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Math Help - nth term of a sequence

  1. #1
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    nth term of a sequence

    Any suggestions for an approach to proving that the nth term of the following sequence:

    1,2,2,3,3,3,4,4,4,4,5,5,5...

    is [ ((2*n)^(1/2) + (1/2)) ], where [x] denotes the floor value of x and ^ denotes to the power of
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  2. #2
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    Quote Originally Posted by p vs np View Post
    Any suggestions for an approach to proving that the nth term of the following sequence:

    1,2,2,3,3,3,4,4,4,4,5,5,5...

    is [ ((2*n)^(1/2) + (1/2)) ], where [x] denotes the floor value of x and ^ denotes to the power of
    let A_n be the n-th term of the sequence. it's easy to see that your sequence can be written as: A_{\frac{m(m-1)}{2} + k}=m, \ \ m \geq 1, \ 1 \leq k \leq m. now let:

    \frac{m(m-1)}{2}+k=n, where m \geq 1 and 1 \leq k \leq m. so A_n=m, and: 8n=4m^2-4m+8k=(2m-1)^2+8k-1. thus : 8n > (2m-1)^2. \ \ \ (1)

    also we have: 8n=(2m+1)^2-8(m-k)-1. thus: 8n < (2m+1)^2. \ \ \ \ (2)

    taking square root in (1) and (2) will give us: m < \sqrt{2n} + \frac{1}{2} < m+1, which means: \left \lfloor \sqrt{2n} + \frac{1}{2} \right \rfloor=m=A_n.
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  3. #3
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    Here is another way to generate that sequence: a_n  = \left\lceil {\frac{{ - 1 + \sqrt {8n + 1} }}{2}} \right\rceil .
    That is of course using the ceiling function.
    Notice the sequence changes on the triangular numbers, 1,3,6,10,; \frac{{n(n + 1)}}{2}.
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  4. #4
    Senior Member bkarpuz's Avatar
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    Cool

    First of all, I have to say that this is a very good exercise.

    <br />
\begin{array}{cccccccccccc}<br />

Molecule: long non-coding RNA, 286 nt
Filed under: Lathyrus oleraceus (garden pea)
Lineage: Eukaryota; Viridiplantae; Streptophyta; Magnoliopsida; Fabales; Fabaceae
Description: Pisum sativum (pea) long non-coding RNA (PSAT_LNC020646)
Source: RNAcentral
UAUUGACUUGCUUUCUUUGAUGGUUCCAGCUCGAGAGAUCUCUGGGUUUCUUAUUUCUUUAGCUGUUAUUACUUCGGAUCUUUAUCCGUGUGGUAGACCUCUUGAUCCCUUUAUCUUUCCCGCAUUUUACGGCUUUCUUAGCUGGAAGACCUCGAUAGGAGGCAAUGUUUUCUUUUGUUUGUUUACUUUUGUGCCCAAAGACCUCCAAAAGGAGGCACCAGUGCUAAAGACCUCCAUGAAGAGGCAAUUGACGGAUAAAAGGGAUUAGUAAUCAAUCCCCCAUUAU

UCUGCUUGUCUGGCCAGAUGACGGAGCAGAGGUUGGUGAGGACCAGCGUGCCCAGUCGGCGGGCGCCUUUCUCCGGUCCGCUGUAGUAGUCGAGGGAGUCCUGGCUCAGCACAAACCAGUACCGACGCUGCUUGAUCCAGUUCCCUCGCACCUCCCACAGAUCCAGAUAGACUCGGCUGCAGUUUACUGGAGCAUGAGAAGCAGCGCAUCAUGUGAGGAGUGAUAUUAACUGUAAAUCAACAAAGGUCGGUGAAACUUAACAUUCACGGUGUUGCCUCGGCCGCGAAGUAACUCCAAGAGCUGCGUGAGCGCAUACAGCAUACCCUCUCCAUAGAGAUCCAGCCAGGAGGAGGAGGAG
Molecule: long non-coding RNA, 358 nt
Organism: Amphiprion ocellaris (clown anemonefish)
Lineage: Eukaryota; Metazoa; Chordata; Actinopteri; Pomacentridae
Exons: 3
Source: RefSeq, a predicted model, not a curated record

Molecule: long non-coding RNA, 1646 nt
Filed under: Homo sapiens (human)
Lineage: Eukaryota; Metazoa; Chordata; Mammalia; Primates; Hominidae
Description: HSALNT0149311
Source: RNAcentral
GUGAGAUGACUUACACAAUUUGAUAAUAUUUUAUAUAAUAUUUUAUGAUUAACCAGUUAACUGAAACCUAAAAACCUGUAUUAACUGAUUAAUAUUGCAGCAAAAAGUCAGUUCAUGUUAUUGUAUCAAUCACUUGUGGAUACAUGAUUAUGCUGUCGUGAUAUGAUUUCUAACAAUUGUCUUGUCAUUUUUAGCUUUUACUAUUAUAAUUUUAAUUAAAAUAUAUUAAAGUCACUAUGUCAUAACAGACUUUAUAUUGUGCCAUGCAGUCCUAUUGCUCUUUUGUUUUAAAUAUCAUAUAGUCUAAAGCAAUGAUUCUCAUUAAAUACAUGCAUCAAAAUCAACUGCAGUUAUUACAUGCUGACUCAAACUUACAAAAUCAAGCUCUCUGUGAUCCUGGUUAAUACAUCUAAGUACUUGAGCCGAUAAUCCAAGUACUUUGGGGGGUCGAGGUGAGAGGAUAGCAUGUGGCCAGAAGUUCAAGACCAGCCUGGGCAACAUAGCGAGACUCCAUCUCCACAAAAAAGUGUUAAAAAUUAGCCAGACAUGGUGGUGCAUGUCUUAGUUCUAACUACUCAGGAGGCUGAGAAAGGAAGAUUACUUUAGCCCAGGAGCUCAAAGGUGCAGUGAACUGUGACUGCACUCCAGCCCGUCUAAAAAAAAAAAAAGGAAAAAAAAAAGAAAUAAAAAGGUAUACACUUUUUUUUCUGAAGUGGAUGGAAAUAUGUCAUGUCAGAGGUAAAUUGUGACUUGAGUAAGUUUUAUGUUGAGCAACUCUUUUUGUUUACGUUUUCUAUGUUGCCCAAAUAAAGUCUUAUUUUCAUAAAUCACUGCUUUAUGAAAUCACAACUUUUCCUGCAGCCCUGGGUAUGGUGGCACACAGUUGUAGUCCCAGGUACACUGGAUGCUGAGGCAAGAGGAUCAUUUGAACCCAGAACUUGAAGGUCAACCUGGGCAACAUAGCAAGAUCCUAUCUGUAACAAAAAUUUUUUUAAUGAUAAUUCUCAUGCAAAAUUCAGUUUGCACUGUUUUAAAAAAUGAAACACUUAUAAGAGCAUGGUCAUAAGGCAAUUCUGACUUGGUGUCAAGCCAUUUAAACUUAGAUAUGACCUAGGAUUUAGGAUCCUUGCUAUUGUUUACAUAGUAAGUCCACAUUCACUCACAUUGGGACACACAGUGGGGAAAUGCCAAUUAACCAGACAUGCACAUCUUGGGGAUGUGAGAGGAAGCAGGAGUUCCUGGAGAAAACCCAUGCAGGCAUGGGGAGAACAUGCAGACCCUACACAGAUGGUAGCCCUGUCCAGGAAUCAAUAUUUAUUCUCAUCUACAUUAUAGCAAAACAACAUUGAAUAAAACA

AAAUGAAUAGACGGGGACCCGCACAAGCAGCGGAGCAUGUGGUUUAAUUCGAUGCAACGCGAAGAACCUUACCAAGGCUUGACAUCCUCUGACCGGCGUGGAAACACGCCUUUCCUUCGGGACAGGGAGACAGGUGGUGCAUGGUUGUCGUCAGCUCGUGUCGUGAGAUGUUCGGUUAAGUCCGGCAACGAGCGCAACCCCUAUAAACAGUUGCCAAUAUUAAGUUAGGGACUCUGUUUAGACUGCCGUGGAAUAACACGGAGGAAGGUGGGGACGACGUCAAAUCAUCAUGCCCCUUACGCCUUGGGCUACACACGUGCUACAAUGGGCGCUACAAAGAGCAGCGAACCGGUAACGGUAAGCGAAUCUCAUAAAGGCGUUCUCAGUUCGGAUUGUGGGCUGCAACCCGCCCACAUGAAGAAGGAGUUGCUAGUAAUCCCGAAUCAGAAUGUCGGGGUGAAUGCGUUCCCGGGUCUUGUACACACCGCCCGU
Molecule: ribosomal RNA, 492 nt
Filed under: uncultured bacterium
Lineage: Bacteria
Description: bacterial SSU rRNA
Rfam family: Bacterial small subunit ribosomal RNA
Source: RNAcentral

n & 1 & 2 & 3 & 4 & 5 & 6 & 7 & 8 & 9 & 10 & \cdots \\<br />
a_{n} & 1 & 2 & 2 & 3 & 3 & 3 & 4 & 4 & 4 & 4 & \cdots\\<br />
 & * & & * & & & * & & & & * & <br />
\end{array}<br />

    Consider the terms marked with *, for these numbers, we have n=\sum\limits_{i=1}^{a_{n}}i=\frac{a_{n}(a_{n}+1)}  {2}.

    Now, let a_{n_{0}}\leq a_{n}\leq a_{n^{0}}, where n^{0}\geq n is the smallest number which is not less than n and satisfies n^{0}=\frac{a_{n^{0}}(a_{n^{0}}+1)}{2} (in short, lets say * property) and n_{0}\leq n is the greatest number which is less than n and satisfies * property.
    Therefore, solving this parabola with, we have a_{n^{0}}=\frac{-1\pm\sqrt{1+8n^{0}}}{2}. Note that the desired term is the positive one, hence a_{n^{0}}=\frac{-1+\sqrt{1+8n^{0}}}{2}. Thus, the solution is completed when n has * property.

    If n does not have * property, then we see that n_{0}<n<n^{0}, you can easily show that a_{n}=\left\lceil\frac{-1+\sqrt{1+8n}}{2}\right\rceil, because of the definitions of n_{0},n^{0}, being a_{n_{0}}+1=a_{n^{0}}=a_{n} and the sequezing n_{0}=\frac{a_{n_{0}}(a_{n_{0}}+1)}{2}\leq n\leq\frac{a_{n^{0}}(a_{n^{0}}+1)}{2}=n^{0}.

    \therefore Plato's answer is right!
    Last edited by bkarpuz; September 9th 2008 at 10:02 PM. Reason: [math] n=\sum\limits_{i=1}^{a_{n}}i=\frac{a_{n}(a_{n}+1)}{2}. [/math] is corrected.
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